Tuesday, October 01, 2013

Because We Let Them

My memory was jogged when two residents of the Carolinas were charged with trafficking firearms last month in New York City’s biggest illegal gun bust.  One of the men lives in a town less than an hour southwest of where I live in North Carolina,

Soon after being recruited to Durham in 1989, I was called for jury duty in Federal Court in Greensboro, about an hour’s drive west.  The charge was illegal firearm trafficking, and the defendant may have had ties to the same town, if memory serves me.

My memory is that the defendant’s attorneys in the trial, where I was serving two decades ago, argued that the purpose for crates of grenade launchers kept in his mother’s basement were merely collector’s items.

Fortunately, a plea bargain was reached before the trial actually began.

When voters turned control of North Carolina lawmaking over to Republicans in 2010, its leaders quickly used some unorthodox ways to propose and pass a constitutional amendment designed to ban same-sex marriages, a measure that overwhelmingly failed in diverse and accepting cities such as Durham, where I live.

Through the lens of many subsequent actions in the General Assembly such as those designed to overturn prohibitions on billboards and guidelines to protect neighborhoods and sense of place,  thin buffers along streams, strip local governance of airports etc. their actions seem quite anti-city.

In the 1970s, more than 50% of North Carolinians lived in rural areas. Today only about a third do.  Two-thirds live in urban areas and 43% live in the ten most populous counties alone.  It seems Republican strategists are adopting anti-urban policies using a coalition around issues like tolerance.

One way to describe the divide by workforce is a hierarchy defined last year by Dr. Richard Florida.  Rural means more machinists and makers while urban means more executives, scientists and engineers.

But Journalist Emily Badger wrote this month for The Atlantic Cities that across the nation, “The rural-urban divide is increasingly a point of political conflict.”  Badger had previously written about why cities are growing more democratic.

How ironic if the Republicans exploiting this divide actually have the last word on the “class warfare” they decry.  I missed it but apparently they put it in their party platform during their national convention in Tampa.

Before federal emergency crews helped rescue it from devastating flash floods earlier this month, officials in the northern Colorado’s Weld County placed a Tea Party-backed resolution on the ballot for this fall to secede and form a new state.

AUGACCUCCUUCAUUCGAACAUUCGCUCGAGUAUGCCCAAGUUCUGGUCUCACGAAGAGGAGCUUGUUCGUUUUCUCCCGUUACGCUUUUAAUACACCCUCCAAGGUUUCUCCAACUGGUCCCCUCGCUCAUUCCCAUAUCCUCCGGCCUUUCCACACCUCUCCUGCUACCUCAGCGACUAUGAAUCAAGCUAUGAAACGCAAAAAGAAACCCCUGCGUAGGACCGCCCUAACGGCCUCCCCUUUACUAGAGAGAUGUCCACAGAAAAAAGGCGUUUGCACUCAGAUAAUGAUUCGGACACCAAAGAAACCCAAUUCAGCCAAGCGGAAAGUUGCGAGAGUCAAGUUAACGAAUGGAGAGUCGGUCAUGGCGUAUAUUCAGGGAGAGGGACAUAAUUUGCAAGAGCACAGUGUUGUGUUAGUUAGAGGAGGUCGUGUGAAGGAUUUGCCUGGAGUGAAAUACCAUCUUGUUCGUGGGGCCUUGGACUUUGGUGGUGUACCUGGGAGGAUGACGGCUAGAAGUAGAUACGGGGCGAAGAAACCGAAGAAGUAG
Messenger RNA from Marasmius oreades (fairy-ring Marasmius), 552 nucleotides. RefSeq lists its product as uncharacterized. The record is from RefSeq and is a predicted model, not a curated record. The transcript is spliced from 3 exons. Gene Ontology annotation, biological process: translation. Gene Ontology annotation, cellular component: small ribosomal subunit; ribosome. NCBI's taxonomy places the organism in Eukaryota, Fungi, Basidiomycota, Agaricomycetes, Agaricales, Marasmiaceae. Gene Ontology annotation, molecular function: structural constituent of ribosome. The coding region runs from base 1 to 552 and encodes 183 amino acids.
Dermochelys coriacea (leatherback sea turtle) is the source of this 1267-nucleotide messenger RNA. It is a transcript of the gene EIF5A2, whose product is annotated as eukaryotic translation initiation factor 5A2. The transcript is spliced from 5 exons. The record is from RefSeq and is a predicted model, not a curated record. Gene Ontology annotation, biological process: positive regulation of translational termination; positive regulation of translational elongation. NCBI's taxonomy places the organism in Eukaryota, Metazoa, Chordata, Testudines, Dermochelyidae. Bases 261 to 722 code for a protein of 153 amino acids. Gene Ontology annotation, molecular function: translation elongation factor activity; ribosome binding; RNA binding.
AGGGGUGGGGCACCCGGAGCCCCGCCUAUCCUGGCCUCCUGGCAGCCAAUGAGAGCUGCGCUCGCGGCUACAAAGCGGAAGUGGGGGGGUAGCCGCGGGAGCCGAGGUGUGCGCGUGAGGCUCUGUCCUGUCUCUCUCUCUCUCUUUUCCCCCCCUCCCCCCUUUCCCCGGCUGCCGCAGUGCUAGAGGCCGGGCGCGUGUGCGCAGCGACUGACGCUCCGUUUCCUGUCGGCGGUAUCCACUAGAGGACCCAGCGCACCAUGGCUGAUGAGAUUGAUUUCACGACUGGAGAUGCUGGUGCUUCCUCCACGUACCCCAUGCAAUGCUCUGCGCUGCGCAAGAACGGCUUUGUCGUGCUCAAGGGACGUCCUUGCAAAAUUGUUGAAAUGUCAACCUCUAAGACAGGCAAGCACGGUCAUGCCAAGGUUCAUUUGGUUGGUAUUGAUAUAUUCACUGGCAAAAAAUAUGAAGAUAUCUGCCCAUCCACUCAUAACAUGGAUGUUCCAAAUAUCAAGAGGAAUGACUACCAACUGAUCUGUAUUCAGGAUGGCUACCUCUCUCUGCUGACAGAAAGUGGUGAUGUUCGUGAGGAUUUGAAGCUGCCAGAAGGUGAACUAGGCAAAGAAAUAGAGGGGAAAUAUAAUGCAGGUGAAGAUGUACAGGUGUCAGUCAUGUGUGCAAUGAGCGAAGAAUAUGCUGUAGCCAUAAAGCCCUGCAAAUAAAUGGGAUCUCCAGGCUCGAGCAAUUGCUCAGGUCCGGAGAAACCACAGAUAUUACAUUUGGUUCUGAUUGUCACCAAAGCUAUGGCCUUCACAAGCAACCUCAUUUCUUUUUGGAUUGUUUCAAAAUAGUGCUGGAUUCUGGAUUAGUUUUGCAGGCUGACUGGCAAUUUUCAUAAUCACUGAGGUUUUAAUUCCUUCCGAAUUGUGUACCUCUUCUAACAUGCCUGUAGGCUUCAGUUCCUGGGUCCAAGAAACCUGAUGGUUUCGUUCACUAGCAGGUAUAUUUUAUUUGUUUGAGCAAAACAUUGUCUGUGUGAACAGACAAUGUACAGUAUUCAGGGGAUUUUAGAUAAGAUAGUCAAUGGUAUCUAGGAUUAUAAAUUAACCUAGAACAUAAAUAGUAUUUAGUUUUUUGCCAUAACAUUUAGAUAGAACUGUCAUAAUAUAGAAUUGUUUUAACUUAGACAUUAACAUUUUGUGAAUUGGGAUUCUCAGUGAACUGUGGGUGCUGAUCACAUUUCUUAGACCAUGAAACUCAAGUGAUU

South of Denver, in the hours before floods devastated El Paso County and Colorado Springs, rural voter turnout narrowly recalled the Colorado Senate leader and former law enforcement officer who had introduced successful gun control legislation.

If not humbled by the storm, those obsessed with gun-rights at all costs may be sobered to know that a recent analysis of hospital costs associated with injuries due to firearms shows that 52% falls on the general public, most of which is then passed on as a hidden tax on premiums those who are insured.

The study also finds that regionally, a higher rate of household gun ownership correlates with a higher rate of visits to hospital emergency rooms, costs that should be borne by gun enthusiasts and manufacturers, not unsuspecting tax payers.

From personal experience, many gun-rights hardliners tell themselves a story that gun violence is all about black people and that accidents involving children 12 years old and younger (which happens at a rate of one every two days) are also somehow a reflection of socio-economic issues.

I assume they mean poor people.

Those I know who feel strongly about gun control are distracted by the absurd, such as large magazines for rifles, when the real problem has always been handguns, especially those sold without background checks.

There needs to be a balance, but in my opinion, gun rights are way out of balance with public health concerns.

Stigmatization around issues such as this may be what inspired a Montana Kleagle of the United Klans of America and former hotelier to recently call for five Pacific Northwest states including, I assume, my native state of Idaho, to be set aside exclusively for white people.

Of course, I can only assume he means only non-Hispanic white people.

Remember, the UKA has its roots in the resurgence of KKK activity in the wake of the Supreme Court’s 1954 Brown vs. Board of Education desegregation decision.  KKK membership quickly grew to 50,000 when I was a teenager in the early 1960s.

Racism today is far more subtle, not just because racists of every color are more subtle, but because so many use claims to justify a bad attitude or a sense of entitlement, possibly including being anti-city

More persuasive to me that it is still prevalent is in a study published last year.  It reveals a bias among those in the medical field that Blacks and Hispanics feel less pain and therefore require less pain medication.

Representative democracy doesn’t seem very representative these days, when a small faction of the country controls nearly half or more of the representatives.  But I agree with Badger that re-segregation isn’t the answer nor is dividing the country up in tiny pieces where we only live with people who look and think just like us.

We live in a time when we are letting tiny groups with extreme opinions on isolated issues control public policy.  They do because they can, and they can only because the rest of us let them.

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